It's not quite as black-n-white as all that ... some will retire, some will transition to doing something else (perhaps something related, perhaps totally unrelated), some will survive by excelling in their niche ... there are still blacksmiths around you know ...

But MY point is that this sort of thing goes on all the time in every field. From stonemason to web designer, every industry goes from boom to bust. The skills you pick up from them (should) carry you into other areas, adventures and opportunities.

At the end of the day, its more about YOUR ability to absorb, master and parlay your skills creatively, not about how well your "industry" is doing. I trained as an actor, and had some small success as an actor, but I never made a living as an actor. But I use the skills of acting every single day.



Change is generally good, though of course its often inconvenient. How boring the world would be if everything stayed in one place for too long! Embrace the change! :)

I don't disagree with any of your statements at all in fact I whole heartedly agree with them. But at the same time I am not going to say a glass is full when it is clearly half empty. ;)

For some reason there seems to be the impression that just because I can see that digital media has its yin as well as its yang I am opposed to it when in fact it couldn't be further from the truth. I have always and will always embrace change, it is the only true constant, nothing remains the same. But that isn't what was originally being discussed, it was whether digital forms of publication would be a good thing for graphic designers and to this I still say, yes and no. As with everything there is both yin and yang.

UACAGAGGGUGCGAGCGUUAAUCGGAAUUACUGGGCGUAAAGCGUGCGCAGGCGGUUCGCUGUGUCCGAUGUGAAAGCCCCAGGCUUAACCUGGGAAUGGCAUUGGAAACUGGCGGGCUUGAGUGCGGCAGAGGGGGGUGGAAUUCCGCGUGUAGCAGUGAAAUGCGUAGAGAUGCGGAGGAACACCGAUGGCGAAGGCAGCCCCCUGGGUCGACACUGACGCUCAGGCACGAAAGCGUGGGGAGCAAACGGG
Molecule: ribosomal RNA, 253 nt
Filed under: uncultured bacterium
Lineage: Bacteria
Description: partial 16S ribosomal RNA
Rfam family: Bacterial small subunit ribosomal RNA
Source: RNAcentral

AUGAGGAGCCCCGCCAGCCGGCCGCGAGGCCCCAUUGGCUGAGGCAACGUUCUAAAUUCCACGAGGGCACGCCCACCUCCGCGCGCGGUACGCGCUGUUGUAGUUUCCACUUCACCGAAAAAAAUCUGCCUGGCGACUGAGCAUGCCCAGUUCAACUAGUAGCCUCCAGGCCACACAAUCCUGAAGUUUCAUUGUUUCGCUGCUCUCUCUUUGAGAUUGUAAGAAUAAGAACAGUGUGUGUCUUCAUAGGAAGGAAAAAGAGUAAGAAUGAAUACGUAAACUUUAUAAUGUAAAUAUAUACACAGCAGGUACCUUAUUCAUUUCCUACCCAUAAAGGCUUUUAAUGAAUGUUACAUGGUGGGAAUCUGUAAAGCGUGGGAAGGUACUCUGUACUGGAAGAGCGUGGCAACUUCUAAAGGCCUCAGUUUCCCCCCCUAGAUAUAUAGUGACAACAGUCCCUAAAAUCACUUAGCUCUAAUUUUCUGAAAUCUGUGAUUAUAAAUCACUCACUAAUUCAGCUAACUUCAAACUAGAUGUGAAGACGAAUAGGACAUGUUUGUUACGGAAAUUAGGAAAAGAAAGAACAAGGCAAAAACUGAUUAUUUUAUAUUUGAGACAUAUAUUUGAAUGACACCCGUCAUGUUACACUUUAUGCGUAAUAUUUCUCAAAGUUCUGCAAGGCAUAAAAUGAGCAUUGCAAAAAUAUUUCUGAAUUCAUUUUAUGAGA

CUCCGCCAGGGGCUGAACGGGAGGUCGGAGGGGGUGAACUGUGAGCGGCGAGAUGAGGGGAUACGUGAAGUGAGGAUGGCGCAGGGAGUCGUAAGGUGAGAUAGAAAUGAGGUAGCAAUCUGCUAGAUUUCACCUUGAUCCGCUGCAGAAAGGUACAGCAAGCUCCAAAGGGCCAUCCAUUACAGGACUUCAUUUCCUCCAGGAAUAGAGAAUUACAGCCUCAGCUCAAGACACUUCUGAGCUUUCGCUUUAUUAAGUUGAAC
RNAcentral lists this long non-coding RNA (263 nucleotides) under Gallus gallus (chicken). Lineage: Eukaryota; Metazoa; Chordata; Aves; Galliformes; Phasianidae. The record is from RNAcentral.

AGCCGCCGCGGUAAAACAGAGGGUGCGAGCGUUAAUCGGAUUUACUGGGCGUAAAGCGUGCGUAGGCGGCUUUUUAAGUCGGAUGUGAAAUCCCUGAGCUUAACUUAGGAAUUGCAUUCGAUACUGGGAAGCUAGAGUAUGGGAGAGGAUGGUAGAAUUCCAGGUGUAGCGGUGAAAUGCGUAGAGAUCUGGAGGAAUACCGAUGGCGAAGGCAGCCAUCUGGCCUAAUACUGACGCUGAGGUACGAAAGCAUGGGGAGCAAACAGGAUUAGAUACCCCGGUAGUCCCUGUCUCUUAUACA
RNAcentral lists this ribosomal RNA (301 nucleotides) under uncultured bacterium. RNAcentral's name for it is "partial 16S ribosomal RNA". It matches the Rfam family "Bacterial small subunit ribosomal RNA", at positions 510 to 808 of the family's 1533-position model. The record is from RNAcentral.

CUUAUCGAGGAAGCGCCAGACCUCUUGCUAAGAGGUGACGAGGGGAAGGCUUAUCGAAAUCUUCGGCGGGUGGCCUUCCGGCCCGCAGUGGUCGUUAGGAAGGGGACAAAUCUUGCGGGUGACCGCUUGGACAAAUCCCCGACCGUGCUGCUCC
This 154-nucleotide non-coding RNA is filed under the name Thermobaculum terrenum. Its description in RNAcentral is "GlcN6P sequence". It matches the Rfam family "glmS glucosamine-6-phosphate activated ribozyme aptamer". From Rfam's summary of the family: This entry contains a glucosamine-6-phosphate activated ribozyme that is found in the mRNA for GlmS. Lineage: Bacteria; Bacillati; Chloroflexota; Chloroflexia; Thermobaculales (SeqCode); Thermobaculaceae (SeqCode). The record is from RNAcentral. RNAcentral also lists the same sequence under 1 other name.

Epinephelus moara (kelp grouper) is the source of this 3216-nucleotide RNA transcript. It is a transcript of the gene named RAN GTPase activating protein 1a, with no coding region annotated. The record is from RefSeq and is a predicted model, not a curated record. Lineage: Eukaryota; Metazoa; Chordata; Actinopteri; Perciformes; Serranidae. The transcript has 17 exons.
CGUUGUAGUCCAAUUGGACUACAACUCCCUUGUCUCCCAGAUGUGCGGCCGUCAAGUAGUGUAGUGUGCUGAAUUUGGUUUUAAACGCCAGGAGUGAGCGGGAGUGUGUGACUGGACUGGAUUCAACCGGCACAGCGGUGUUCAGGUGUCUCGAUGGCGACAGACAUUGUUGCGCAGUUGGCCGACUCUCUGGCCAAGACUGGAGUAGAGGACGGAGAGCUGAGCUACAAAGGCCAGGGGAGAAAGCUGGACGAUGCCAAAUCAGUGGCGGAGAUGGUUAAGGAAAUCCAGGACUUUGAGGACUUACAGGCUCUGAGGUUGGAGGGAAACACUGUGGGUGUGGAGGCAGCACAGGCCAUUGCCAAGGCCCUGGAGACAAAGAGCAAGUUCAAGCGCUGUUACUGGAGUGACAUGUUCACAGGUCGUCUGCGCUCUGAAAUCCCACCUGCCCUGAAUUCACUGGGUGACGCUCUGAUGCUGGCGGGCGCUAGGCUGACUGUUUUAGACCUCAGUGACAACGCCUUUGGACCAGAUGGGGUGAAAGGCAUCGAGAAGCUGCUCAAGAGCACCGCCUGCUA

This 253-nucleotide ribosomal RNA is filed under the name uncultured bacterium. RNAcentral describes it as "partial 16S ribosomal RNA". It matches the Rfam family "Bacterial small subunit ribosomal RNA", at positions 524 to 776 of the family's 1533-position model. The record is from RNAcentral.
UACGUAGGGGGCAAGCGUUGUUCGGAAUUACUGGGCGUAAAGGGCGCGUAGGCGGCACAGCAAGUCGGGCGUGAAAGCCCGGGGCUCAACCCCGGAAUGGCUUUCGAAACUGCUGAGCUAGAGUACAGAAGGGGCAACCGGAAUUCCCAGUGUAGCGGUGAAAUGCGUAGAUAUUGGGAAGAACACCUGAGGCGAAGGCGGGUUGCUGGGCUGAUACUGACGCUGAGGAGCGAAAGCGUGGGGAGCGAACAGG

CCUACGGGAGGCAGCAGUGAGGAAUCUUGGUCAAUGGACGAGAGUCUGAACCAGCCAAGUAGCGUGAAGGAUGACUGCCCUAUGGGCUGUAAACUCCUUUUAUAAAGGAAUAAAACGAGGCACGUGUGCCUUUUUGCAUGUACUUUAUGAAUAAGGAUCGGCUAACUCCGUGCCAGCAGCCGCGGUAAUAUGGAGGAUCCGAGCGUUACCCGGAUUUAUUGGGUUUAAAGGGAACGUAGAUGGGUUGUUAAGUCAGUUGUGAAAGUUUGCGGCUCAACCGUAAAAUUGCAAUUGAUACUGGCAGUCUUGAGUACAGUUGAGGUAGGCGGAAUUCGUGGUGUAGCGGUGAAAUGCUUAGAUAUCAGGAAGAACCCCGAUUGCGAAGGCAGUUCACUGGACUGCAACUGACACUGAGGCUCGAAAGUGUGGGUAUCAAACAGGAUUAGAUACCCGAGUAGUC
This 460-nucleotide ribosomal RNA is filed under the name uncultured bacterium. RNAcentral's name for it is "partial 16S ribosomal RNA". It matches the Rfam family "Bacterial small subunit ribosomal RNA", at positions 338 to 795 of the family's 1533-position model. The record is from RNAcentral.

groovetube
Dec 27th, 2009, 11:15 AM
As far as my statement of digital media still having its place in the business I was speaking of (which you had no knowledge of what I was referring to btw) being "almost insane", now I suppose you know the business of marketing lasers and laser manufacturing systems better than those who make and sell them. Watching an interactive Flash demo isn't going to get a CFO to lay down $750,000 for a Wafer Repair system. If you think it is... well let's just say... stick to what you know...


see, THAT is dismissive. Don't for one minute think that digital media, is merely a "flash animation". That may have been so in... 2001?

Welcome to 2010 my friend... :)

I have been involved in very serious B2B marketing and we used far more than, a 'flash animation'. Flash, is but one, of many, many tools, we often don't even use flash. You need strategy, as well as the tools. It isn't just about the technology you use.